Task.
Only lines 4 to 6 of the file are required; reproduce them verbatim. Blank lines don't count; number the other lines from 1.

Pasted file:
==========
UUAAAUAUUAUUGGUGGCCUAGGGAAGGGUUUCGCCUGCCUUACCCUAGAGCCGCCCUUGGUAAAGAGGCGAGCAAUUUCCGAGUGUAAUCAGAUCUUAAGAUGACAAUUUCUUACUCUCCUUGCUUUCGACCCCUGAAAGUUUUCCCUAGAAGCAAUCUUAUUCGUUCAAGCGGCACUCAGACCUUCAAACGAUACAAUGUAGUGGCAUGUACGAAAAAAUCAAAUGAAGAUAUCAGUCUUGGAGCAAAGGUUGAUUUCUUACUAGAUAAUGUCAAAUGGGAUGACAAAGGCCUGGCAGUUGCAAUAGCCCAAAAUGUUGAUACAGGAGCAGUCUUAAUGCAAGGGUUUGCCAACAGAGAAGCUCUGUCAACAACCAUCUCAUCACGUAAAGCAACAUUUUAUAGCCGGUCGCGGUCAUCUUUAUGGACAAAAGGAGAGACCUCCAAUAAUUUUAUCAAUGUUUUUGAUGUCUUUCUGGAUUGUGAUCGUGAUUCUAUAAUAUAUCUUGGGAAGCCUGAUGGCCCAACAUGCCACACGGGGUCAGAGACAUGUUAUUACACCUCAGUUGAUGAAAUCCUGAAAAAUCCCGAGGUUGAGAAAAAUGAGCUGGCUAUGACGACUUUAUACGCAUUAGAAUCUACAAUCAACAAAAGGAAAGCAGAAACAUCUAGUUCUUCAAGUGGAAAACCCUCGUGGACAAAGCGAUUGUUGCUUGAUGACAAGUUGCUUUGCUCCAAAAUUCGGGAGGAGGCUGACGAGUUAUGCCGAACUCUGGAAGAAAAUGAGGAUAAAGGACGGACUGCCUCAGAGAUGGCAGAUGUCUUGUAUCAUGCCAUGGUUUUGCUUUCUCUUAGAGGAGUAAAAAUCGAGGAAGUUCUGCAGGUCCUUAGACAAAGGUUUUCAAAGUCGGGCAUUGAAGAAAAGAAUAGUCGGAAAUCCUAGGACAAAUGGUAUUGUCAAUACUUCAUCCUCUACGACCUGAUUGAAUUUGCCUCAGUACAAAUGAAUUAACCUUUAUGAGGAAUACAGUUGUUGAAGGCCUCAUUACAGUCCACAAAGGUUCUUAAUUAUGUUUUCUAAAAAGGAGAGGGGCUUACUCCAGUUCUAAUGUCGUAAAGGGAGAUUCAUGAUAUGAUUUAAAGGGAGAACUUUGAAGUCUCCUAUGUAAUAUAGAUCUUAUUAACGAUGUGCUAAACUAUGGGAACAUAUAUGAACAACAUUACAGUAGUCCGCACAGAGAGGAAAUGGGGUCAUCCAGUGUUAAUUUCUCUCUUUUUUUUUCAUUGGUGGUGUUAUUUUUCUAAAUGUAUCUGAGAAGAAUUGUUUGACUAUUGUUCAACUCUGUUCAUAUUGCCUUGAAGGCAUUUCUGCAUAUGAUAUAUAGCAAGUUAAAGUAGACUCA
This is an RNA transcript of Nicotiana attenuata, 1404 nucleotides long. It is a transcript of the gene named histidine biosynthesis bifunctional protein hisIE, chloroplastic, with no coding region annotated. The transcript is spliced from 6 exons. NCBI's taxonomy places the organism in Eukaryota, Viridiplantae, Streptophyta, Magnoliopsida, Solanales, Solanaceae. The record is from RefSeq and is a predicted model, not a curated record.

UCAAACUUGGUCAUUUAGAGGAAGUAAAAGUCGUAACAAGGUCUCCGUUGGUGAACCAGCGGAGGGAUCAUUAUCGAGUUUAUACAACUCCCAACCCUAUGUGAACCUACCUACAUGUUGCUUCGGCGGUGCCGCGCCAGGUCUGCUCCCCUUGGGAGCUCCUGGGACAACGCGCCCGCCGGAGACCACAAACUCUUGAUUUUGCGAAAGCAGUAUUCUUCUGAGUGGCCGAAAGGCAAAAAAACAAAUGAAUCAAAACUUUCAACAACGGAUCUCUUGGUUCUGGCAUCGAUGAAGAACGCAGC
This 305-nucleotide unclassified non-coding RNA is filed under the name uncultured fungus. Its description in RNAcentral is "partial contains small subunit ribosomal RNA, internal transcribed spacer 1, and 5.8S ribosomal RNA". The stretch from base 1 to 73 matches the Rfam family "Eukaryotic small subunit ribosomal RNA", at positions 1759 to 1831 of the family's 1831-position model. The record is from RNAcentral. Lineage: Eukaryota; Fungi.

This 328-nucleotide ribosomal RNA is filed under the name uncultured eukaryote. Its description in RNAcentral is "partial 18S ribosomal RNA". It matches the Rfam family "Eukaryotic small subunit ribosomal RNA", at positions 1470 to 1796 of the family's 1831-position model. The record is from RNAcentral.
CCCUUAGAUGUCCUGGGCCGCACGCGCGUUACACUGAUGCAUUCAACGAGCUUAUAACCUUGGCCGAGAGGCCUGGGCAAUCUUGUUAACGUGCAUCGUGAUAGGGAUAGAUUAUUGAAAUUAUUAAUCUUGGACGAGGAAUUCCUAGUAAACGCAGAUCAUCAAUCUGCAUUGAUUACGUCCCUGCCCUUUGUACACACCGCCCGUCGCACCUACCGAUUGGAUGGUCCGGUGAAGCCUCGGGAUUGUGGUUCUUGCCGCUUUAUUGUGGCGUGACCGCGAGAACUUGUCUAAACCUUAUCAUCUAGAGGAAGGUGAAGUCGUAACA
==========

This 305-nucleotide unclassified non-coding RNA is filed under the name uncultured fungus. Its description in RNAcentral is "partial contains small subunit ribosomal RNA, internal transcribed spacer 1, and 5.8S ribosomal RNA". The stretch from base 1 to 73 matches the Rfam family "Eukaryotic small subunit ribosomal RNA", at positions 1759 to 1831 of the family's 1831-position model. The record is from RNAcentral. Lineage: Eukaryota; Fungi.

This 328-nucleotide ribosomal RNA is filed under the name uncultured eukaryote. Its description in RNAcentral is "partial 18S ribosomal RNA". It matches the Rfam family "Eukaryotic small subunit ribosomal RNA", at positions 1470 to 1796 of the family's 1831-position model. The record is from RNAcentral.
CCCUUAGAUGUCCUGGGCCGCACGCGCGUUACACUGAUGCAUUCAACGAGCUUAUAACCUUGGCCGAGAGGCCUGGGCAAUCUUGUUAACGUGCAUCGUGAUAGGGAUAGAUUAUUGAAAUUAUUAAUCUUGGACGAGGAAUUCCUAGUAAACGCAGAUCAUCAAUCUGCAUUGAUUACGUCCCUGCCCUUUGUACACACCGCCCGUCGCACCUACCGAUUGGAUGGUCCGGUGAAGCCUCGGGAUUGUGGUUCUUGCCGCUUUAUUGUGGCGUGACCGCGAGAACUUGUCUAAACCUUAUCAUCUAGAGGAAGGUGAAGUCGUAACA